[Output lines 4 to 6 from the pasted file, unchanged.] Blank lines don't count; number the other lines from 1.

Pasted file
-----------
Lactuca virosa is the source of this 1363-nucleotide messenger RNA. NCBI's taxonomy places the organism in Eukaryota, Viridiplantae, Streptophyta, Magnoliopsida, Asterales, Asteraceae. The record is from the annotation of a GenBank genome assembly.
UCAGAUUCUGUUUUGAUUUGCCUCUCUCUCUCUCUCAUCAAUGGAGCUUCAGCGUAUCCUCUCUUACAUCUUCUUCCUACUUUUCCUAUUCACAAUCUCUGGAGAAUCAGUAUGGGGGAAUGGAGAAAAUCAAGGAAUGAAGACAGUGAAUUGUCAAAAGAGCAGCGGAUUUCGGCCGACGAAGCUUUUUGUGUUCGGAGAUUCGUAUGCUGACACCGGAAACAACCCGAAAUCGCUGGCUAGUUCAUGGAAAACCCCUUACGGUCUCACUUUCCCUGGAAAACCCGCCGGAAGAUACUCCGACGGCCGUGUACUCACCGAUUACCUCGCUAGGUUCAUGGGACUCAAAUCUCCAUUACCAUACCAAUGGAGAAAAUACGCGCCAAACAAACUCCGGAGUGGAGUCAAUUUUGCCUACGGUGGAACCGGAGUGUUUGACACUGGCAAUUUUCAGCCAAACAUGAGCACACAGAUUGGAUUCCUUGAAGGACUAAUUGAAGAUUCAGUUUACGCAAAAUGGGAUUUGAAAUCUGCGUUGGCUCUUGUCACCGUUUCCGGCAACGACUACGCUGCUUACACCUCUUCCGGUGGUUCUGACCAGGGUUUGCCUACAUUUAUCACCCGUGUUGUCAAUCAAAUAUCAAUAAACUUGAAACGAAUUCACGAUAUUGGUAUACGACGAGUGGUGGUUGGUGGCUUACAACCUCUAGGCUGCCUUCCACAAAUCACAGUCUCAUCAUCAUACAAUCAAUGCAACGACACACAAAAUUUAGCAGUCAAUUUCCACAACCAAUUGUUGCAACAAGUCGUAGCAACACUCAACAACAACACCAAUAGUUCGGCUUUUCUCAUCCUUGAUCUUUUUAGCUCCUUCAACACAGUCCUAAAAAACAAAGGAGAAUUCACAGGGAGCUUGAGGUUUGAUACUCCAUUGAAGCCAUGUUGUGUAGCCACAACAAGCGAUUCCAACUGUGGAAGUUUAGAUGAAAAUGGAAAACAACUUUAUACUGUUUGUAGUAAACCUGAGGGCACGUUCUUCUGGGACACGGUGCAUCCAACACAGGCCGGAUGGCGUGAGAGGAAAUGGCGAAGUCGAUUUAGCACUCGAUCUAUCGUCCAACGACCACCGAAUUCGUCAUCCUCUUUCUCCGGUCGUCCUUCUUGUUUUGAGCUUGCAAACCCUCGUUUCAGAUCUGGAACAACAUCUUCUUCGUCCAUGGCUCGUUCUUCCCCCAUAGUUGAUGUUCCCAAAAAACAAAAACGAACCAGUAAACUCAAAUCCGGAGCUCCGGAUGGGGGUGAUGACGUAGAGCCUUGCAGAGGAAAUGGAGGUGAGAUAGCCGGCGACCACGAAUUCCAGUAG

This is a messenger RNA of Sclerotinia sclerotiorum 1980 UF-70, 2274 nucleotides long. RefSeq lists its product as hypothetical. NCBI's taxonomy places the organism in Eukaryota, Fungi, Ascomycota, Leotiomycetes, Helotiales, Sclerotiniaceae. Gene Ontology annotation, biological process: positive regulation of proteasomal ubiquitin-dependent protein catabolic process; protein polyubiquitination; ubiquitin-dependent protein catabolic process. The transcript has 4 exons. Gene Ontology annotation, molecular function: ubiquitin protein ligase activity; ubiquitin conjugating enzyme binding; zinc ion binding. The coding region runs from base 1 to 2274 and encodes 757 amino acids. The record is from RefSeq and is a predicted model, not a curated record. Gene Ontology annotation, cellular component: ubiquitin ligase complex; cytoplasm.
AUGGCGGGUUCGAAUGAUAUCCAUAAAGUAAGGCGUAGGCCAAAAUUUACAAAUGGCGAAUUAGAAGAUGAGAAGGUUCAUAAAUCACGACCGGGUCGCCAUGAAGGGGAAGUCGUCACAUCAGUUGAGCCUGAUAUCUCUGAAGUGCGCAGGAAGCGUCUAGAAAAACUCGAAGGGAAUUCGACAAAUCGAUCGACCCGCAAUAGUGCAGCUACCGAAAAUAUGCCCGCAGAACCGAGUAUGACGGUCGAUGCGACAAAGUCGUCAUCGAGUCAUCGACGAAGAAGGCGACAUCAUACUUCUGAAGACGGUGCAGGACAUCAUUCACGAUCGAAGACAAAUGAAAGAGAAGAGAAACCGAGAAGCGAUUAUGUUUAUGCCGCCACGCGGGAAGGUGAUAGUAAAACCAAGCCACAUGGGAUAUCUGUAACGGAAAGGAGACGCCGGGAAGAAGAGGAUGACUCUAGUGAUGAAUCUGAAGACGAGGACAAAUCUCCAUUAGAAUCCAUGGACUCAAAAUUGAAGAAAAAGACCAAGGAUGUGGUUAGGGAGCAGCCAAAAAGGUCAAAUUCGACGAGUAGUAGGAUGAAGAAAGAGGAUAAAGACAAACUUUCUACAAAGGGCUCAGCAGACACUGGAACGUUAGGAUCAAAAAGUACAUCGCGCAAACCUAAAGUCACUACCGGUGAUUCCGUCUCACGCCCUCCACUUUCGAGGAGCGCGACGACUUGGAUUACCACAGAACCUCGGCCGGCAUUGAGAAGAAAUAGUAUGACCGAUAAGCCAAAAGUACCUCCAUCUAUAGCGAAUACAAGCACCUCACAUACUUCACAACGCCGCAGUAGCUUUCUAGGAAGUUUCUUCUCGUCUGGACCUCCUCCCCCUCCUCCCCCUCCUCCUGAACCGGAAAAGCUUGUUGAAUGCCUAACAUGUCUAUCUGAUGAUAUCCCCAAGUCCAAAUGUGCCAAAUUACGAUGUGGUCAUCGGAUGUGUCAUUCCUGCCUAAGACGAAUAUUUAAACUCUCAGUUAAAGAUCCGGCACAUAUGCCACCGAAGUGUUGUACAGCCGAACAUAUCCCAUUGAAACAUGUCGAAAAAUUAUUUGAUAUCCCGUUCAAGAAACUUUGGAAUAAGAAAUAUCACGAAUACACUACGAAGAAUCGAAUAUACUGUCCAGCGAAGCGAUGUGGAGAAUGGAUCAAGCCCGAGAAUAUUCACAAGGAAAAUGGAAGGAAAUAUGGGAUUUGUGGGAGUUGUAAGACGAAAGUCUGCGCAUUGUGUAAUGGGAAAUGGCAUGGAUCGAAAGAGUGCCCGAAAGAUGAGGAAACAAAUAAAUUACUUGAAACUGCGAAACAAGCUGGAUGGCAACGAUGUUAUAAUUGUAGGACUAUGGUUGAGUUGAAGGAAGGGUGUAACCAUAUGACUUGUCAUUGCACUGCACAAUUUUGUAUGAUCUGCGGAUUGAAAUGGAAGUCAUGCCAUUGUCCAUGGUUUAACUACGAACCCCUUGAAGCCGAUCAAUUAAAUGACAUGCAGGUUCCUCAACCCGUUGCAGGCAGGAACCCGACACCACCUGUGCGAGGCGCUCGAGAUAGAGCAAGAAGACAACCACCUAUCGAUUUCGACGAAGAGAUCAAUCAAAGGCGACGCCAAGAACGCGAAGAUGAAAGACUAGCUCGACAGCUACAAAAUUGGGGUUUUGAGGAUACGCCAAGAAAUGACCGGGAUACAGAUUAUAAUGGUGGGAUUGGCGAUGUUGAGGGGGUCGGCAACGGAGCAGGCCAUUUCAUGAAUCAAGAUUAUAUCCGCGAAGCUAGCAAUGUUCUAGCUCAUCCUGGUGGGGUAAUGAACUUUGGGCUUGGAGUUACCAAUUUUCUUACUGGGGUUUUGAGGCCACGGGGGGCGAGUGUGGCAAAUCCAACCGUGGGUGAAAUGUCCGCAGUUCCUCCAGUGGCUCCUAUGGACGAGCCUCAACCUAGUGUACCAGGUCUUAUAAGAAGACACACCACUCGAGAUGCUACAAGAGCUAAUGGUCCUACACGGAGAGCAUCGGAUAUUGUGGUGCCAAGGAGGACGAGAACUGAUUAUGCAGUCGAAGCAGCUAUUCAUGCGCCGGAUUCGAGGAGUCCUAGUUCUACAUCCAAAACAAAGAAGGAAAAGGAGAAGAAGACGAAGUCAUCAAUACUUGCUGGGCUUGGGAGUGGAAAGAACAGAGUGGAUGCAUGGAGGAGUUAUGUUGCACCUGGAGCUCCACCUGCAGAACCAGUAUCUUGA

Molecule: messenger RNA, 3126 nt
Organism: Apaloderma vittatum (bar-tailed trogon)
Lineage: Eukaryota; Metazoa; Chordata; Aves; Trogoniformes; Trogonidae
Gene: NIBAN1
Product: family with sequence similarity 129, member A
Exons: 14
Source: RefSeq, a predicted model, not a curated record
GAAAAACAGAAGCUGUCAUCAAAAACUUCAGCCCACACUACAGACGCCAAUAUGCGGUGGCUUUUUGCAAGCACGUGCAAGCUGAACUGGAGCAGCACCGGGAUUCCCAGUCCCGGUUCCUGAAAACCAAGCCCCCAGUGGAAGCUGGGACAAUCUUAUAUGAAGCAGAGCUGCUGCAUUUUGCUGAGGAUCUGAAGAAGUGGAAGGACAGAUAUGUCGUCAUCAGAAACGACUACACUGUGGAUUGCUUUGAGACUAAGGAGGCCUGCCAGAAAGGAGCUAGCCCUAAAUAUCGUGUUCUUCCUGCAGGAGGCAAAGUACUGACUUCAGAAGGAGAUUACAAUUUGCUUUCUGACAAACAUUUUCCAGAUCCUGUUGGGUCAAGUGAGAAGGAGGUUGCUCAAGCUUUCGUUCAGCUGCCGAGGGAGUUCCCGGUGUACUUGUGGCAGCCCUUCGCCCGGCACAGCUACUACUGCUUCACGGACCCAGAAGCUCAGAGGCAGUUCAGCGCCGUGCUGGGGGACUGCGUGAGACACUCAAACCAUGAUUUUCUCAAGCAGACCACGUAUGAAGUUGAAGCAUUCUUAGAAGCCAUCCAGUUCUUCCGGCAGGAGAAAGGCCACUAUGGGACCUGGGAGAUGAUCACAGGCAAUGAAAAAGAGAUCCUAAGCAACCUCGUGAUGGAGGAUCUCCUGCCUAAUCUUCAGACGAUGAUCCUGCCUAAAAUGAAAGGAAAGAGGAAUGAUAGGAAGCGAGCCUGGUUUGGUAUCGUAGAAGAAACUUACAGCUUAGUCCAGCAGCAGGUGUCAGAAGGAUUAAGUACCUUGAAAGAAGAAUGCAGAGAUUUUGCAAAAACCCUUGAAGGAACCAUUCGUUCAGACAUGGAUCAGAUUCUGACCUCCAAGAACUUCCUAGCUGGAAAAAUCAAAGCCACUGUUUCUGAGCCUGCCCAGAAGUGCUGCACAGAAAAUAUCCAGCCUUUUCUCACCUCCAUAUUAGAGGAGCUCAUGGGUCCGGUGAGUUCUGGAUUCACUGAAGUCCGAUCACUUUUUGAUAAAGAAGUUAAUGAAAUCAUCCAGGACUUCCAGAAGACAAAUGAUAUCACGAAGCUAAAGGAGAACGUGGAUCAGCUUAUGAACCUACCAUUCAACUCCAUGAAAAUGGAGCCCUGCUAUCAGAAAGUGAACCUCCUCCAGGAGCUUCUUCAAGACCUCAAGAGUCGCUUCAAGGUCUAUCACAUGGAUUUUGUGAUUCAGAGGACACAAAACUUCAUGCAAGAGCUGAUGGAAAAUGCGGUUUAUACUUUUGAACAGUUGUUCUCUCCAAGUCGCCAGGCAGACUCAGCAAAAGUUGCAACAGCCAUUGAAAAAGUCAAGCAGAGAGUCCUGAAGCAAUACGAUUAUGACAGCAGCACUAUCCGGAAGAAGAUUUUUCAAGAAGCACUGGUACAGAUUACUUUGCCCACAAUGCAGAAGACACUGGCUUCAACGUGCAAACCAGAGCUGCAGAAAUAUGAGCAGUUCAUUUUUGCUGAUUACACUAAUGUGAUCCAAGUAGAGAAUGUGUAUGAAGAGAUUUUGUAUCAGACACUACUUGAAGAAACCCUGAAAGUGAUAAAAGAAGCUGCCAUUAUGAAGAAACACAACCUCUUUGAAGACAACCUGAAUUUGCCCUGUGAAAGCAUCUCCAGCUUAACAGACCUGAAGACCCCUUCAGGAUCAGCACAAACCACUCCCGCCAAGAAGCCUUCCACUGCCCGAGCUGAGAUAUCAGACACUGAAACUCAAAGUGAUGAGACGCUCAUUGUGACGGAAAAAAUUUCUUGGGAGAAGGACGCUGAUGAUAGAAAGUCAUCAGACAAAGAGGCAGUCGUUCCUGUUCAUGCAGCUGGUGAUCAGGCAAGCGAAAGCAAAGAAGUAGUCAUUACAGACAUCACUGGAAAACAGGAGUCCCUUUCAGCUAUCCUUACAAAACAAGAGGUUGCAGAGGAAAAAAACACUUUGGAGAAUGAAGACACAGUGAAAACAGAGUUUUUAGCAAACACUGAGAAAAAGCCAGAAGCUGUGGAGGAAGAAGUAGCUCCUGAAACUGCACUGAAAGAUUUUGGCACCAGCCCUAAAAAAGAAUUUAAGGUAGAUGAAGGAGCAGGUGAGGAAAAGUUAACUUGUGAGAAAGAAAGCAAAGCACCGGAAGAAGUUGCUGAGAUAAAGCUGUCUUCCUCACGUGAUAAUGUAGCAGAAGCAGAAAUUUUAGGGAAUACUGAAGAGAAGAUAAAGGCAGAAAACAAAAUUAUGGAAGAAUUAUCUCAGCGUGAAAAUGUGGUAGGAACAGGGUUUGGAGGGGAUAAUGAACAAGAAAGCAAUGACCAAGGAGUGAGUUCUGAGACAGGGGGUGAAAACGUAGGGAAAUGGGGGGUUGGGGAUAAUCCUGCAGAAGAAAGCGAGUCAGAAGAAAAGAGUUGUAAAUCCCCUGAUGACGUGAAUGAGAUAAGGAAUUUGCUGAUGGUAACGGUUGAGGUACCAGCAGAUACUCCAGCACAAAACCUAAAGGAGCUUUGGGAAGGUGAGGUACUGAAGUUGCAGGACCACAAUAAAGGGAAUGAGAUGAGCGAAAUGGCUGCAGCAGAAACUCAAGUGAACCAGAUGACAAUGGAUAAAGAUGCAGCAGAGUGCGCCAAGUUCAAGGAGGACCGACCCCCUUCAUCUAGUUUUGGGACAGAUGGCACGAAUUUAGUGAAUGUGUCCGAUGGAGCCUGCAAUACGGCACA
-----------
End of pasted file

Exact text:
AUGGCGGGUUCGAAUGAUAUCCAUAAAGUAAGGCGUAGGCCAAAAUUUACAAAUGGCGAAUUAGAAGAUGAGAAGGUUCAUAAAUCACGACCGGGUCGCCAUGAAGGGGAAGUCGUCACAUCAGUUGAGCCUGAUAUCUCUGAAGUGCGCAGGAAGCGUCUAGAAAAACUCGAAGGGAAUUCGACAAAUCGAUCGACCCGCAAUAGUGCAGCUACCGAAAAUAUGCCCGCAGAACCGAGUAUGACGGUCGAUGCGACAAAGUCGUCAUCGAGUCAUCGACGAAGAAGGCGACAUCAUACUUCUGAAGACGGUGCAGGACAUCAUUCACGAUCGAAGACAAAUGAAAGAGAAGAGAAACCGAGAAGCGAUUAUGUUUAUGCCGCCACGCGGGAAGGUGAUAGUAAAACCAAGCCACAUGGGAUAUCUGUAACGGAAAGGAGACGCCGGGAAGAAGAGGAUGACUCUAGUGAUGAAUCUGAAGACGAGGACAAAUCUCCAUUAGAAUCCAUGGACUCAAAAUUGAAGAAAAAGACCAAGGAUGUGGUUAGGGAGCAGCCAAAAAGGUCAAAUUCGACGAGUAGUAGGAUGAAGAAAGAGGAUAAAGACAAACUUUCUACAAAGGGCUCAGCAGACACUGGAACGUUAGGAUCAAAAAGUACAUCGCGCAAACCUAAAGUCACUACCGGUGAUUCCGUCUCACGCCCUCCACUUUCGAGGAGCGCGACGACUUGGAUUACCACAGAACCUCGGCCGGCAUUGAGAAGAAAUAGUAUGACCGAUAAGCCAAAAGUACCUCCAUCUAUAGCGAAUACAAGCACCUCACAUACUUCACAACGCCGCAGUAGCUUUCUAGGAAGUUUCUUCUCGUCUGGACCUCCUCCCCCUCCUCCCCCUCCUCCUGAACCGGAAAAGCUUGUUGAAUGCCUAACAUGUCUAUCUGAUGAUAUCCCCAAGUCCAAAUGUGCCAAAUUACGAUGUGGUCAUCGGAUGUGUCAUUCCUGCCUAAGACGAAUAUUUAAACUCUCAGUUAAAGAUCCGGCACAUAUGCCACCGAAGUGUUGUACAGCCGAACAUAUCCCAUUGAAACAUGUCGAAAAAUUAUUUGAUAUCCCGUUCAAGAAACUUUGGAAUAAGAAAUAUCACGAAUACACUACGAAGAAUCGAAUAUACUGUCCAGCGAAGCGAUGUGGAGAAUGGAUCAAGCCCGAGAAUAUUCACAAGGAAAAUGGAAGGAAAUAUGGGAUUUGUGGGAGUUGUAAGACGAAAGUCUGCGCAUUGUGUAAUGGGAAAUGGCAUGGAUCGAAAGAGUGCCCGAAAGAUGAGGAAACAAAUAAAUUACUUGAAACUGCGAAACAAGCUGGAUGGCAACGAUGUUAUAAUUGUAGGACUAUGGUUGAGUUGAAGGAAGGGUGUAACCAUAUGACUUGUCAUUGCACUGCACAAUUUUGUAUGAUCUGCGGAUUGAAAUGGAAGUCAUGCCAUUGUCCAUGGUUUAACUACGAACCCCUUGAAGCCGAUCAAUUAAAUGACAUGCAGGUUCCUCAACCCGUUGCAGGCAGGAACCCGACACCACCUGUGCGAGGCGCUCGAGAUAGAGCAAGAAGACAACCACCUAUCGAUUUCGACGAAGAGAUCAAUCAAAGGCGACGCCAAGAACGCGAAGAUGAAAGACUAGCUCGACAGCUACAAAAUUGGGGUUUUGAGGAUACGCCAAGAAAUGACCGGGAUACAGAUUAUAAUGGUGGGAUUGGCGAUGUUGAGGGGGUCGGCAACGGAGCAGGCCAUUUCAUGAAUCAAGAUUAUAUCCGCGAAGCUAGCAAUGUUCUAGCUCAUCCUGGUGGGGUAAUGAACUUUGGGCUUGGAGUUACCAAUUUUCUUACUGGGGUUUUGAGGCCACGGGGGGCGAGUGUGGCAAAUCCAACCGUGGGUGAAAUGUCCGCAGUUCCUCCAGUGGCUCCUAUGGACGAGCCUCAACCUAGUGUACCAGGUCUUAUAAGAAGACACACCACUCGAGAUGCUACAAGAGCUAAUGGUCCUACACGGAGAGCAUCGGAUAUUGUGGUGCCAAGGAGGACGAGAACUGAUUAUGCAGUCGAAGCAGCUAUUCAUGCGCCGGAUUCGAGGAGUCCUAGUUCUACAUCCAAAACAAAGAAGGAAAAGGAGAAGAAGACGAAGUCAUCAAUACUUGCUGGGCUUGGGAGUGGAAAGAACAGAGUGGAUGCAUGGAGGAGUUAUGUUGCACCUGGAGCUCCACCUGCAGAACCAGUAUCUUGA

Molecule: messenger RNA, 3126 nt
Organism: Apaloderma vittatum (bar-tailed trogon)